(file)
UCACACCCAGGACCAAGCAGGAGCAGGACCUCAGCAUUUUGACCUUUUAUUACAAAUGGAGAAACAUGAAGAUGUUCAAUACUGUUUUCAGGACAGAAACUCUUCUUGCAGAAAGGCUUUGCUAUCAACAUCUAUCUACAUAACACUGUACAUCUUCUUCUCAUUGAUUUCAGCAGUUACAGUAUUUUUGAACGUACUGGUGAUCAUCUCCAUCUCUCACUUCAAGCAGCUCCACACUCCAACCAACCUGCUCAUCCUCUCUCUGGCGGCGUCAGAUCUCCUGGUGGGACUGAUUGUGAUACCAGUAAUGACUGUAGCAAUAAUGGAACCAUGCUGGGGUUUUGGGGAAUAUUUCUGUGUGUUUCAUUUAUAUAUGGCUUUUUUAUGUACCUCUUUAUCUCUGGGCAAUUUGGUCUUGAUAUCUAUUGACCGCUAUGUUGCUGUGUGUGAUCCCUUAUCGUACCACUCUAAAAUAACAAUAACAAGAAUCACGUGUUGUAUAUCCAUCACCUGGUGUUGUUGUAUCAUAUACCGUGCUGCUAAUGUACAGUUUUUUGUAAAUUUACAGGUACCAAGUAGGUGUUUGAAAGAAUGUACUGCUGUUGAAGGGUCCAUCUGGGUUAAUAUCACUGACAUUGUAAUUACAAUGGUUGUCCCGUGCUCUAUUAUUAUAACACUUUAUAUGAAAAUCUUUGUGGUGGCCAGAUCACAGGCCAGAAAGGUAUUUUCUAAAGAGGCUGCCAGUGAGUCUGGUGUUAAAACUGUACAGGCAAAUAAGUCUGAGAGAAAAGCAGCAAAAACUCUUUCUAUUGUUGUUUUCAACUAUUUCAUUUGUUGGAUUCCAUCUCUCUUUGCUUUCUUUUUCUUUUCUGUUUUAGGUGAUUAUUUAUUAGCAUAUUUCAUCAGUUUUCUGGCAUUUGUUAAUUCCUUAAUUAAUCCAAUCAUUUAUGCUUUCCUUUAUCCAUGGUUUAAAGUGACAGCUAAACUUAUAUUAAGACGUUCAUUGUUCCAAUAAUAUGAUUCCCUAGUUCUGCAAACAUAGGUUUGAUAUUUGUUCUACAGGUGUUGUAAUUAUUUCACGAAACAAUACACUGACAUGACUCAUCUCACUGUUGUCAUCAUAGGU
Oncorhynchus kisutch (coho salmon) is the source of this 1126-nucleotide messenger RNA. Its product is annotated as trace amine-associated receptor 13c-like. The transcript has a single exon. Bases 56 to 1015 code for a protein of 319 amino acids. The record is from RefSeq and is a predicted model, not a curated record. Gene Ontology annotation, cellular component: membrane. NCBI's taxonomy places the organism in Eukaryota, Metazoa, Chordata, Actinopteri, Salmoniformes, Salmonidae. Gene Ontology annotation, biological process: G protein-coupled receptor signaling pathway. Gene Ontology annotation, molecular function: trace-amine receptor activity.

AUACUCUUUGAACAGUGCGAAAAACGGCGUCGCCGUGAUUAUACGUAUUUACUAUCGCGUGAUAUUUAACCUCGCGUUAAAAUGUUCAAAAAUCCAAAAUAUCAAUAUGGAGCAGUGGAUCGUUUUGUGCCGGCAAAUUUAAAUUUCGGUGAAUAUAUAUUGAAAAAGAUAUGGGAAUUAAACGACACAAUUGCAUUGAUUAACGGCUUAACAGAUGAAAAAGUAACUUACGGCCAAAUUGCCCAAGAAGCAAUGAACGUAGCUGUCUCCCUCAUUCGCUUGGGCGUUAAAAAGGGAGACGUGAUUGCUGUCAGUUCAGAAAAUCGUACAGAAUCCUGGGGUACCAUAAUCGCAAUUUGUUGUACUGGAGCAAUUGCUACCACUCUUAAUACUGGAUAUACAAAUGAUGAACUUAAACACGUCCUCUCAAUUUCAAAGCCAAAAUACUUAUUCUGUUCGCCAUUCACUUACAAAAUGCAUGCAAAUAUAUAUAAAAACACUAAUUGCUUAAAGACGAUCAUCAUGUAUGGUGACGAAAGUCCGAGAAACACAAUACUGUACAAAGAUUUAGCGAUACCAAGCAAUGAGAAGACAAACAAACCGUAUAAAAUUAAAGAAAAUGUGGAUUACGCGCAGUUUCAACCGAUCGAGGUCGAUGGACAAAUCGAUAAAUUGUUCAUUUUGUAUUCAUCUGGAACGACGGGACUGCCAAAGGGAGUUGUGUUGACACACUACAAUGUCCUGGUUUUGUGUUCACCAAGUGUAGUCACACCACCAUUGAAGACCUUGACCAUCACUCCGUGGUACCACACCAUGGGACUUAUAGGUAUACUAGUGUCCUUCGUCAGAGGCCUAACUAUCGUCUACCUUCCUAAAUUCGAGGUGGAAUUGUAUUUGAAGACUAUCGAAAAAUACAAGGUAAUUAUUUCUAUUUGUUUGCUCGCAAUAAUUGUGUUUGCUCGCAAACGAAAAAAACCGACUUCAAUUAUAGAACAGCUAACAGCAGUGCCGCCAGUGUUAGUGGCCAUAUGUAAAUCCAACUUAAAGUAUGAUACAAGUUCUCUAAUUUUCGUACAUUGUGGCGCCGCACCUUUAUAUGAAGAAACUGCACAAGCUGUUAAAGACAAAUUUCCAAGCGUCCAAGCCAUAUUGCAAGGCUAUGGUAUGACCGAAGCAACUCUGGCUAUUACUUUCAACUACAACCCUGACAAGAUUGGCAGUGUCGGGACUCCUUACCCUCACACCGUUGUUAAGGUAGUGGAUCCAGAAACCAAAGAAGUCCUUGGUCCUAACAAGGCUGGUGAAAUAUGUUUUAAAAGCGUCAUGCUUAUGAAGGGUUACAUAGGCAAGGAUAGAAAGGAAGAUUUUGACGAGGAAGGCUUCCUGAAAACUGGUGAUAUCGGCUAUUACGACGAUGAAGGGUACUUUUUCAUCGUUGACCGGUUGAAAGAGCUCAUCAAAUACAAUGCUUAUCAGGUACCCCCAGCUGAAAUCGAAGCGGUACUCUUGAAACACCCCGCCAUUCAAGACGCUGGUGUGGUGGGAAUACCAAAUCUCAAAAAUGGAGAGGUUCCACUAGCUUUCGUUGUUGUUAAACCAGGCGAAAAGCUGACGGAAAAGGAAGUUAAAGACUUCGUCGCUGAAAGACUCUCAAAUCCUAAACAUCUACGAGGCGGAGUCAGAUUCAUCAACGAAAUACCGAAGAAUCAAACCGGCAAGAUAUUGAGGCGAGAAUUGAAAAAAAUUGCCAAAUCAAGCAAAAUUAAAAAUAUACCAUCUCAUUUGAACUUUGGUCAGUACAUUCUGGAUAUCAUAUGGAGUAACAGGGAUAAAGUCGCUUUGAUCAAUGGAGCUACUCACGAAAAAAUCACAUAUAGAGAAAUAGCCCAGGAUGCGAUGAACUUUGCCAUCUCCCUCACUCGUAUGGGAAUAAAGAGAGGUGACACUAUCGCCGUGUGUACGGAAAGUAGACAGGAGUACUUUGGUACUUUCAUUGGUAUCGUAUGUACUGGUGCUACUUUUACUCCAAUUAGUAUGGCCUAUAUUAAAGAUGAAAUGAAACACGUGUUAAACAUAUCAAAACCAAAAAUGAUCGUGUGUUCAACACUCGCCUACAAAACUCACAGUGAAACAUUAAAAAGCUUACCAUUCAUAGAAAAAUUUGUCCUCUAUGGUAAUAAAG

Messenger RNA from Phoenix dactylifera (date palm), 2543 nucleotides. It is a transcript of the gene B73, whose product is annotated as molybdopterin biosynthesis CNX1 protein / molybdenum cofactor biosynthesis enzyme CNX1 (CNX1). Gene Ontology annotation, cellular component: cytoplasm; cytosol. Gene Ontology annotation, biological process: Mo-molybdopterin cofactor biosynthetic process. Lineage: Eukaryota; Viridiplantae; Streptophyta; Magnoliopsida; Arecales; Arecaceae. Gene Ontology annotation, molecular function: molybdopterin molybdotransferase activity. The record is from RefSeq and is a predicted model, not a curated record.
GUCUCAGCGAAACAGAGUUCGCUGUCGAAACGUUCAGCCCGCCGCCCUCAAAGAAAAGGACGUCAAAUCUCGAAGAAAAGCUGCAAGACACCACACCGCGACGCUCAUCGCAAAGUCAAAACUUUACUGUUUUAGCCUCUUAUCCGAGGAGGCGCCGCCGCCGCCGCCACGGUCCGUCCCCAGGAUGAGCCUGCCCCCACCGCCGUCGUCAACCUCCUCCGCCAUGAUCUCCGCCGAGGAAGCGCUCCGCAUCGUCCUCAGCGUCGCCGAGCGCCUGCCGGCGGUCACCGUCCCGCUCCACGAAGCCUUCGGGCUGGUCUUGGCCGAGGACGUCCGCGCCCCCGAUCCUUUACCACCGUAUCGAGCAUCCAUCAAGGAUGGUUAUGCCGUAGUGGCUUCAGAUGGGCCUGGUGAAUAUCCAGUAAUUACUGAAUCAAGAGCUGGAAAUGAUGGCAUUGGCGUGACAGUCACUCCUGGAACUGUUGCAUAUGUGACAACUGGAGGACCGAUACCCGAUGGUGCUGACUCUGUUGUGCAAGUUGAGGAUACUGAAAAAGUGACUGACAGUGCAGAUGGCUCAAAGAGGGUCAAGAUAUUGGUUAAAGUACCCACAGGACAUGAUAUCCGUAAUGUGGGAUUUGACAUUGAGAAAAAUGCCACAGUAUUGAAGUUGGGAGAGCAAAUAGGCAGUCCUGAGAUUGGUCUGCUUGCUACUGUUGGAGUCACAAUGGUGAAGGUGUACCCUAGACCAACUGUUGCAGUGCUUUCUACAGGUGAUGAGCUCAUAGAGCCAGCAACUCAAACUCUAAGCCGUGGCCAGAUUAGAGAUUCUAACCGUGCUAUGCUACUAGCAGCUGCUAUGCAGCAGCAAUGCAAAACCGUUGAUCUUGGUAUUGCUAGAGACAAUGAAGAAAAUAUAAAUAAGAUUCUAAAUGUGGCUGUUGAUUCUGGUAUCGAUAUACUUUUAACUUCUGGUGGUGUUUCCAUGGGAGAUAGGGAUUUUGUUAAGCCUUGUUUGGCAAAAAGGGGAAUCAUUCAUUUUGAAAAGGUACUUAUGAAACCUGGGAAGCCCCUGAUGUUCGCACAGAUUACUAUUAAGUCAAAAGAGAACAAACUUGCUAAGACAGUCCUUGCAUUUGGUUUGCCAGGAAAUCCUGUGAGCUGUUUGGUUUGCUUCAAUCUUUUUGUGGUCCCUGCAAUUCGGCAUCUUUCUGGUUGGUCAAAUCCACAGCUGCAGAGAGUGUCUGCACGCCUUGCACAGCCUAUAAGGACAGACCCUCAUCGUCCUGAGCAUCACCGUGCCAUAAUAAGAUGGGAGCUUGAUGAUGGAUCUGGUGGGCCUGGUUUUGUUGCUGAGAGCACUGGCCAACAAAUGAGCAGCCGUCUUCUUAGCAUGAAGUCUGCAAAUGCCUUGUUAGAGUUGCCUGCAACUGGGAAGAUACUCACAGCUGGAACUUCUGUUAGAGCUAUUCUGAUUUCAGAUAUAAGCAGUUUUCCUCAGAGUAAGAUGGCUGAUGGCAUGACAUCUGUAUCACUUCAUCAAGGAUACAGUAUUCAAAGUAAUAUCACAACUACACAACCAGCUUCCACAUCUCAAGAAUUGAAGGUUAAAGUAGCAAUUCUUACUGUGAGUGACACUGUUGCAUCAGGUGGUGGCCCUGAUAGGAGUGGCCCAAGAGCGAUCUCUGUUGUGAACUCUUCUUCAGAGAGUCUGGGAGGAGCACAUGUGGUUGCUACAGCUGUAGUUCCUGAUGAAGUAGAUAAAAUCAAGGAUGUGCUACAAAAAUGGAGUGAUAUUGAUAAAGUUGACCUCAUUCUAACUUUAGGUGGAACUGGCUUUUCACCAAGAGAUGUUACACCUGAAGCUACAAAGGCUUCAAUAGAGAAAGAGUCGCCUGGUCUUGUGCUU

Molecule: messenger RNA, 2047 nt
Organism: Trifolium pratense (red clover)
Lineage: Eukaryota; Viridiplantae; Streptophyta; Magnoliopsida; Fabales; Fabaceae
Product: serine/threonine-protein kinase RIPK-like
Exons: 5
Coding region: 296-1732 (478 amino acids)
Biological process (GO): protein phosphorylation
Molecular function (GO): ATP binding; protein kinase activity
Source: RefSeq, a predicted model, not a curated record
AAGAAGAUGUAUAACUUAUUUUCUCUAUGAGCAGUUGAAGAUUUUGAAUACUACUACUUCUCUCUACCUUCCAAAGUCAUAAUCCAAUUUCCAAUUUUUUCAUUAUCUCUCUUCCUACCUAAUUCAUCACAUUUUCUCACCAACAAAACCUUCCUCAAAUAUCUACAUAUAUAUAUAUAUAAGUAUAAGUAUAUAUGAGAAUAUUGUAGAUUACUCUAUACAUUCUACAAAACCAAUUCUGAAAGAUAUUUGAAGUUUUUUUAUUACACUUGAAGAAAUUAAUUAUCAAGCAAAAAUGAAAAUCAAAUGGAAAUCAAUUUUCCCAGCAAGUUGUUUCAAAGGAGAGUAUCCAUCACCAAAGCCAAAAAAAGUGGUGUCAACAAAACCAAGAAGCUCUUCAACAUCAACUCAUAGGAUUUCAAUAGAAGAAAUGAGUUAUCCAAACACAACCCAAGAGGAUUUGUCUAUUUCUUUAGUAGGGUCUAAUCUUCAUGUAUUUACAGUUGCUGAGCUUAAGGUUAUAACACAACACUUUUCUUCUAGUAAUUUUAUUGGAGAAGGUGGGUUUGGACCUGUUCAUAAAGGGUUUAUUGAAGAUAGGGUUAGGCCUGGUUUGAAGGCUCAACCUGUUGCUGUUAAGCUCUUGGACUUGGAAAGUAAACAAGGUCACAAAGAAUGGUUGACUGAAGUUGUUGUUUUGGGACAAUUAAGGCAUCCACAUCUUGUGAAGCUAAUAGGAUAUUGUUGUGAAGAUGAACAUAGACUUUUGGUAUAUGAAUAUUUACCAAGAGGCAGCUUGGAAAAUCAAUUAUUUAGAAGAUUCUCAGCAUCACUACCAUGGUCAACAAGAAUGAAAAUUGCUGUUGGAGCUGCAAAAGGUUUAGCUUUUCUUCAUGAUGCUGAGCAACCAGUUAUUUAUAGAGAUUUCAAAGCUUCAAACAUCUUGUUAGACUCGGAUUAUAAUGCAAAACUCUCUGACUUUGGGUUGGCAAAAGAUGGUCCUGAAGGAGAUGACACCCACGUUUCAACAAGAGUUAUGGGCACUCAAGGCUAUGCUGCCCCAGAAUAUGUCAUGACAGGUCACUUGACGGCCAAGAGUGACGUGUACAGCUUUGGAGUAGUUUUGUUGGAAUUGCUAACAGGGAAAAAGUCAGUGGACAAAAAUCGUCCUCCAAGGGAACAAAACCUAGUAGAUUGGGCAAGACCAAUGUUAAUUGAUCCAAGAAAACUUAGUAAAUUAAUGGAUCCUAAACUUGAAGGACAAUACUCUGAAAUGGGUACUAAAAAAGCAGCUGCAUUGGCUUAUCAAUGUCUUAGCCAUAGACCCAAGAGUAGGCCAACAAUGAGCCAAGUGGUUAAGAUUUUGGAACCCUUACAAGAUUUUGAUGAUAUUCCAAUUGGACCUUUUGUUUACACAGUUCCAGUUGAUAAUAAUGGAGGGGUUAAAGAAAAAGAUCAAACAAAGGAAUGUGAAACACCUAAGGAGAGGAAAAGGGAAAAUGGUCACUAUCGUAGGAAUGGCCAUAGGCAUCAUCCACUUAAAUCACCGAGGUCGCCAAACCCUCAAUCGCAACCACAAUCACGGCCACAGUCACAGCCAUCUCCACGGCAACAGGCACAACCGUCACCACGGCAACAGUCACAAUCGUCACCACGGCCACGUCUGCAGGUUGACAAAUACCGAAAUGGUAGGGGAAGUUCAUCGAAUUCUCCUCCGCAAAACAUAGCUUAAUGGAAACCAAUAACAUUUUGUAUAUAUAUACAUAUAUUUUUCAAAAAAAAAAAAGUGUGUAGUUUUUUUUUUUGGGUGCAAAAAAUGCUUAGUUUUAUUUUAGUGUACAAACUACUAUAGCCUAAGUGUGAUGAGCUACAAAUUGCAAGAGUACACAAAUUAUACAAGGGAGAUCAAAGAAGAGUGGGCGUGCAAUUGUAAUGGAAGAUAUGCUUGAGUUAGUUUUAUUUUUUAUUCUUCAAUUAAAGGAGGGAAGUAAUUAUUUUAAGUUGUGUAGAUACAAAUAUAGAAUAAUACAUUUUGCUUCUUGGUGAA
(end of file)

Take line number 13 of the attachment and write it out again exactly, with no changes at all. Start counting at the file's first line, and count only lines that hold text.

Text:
Molecular function (GO): ATP binding; protein kinase activity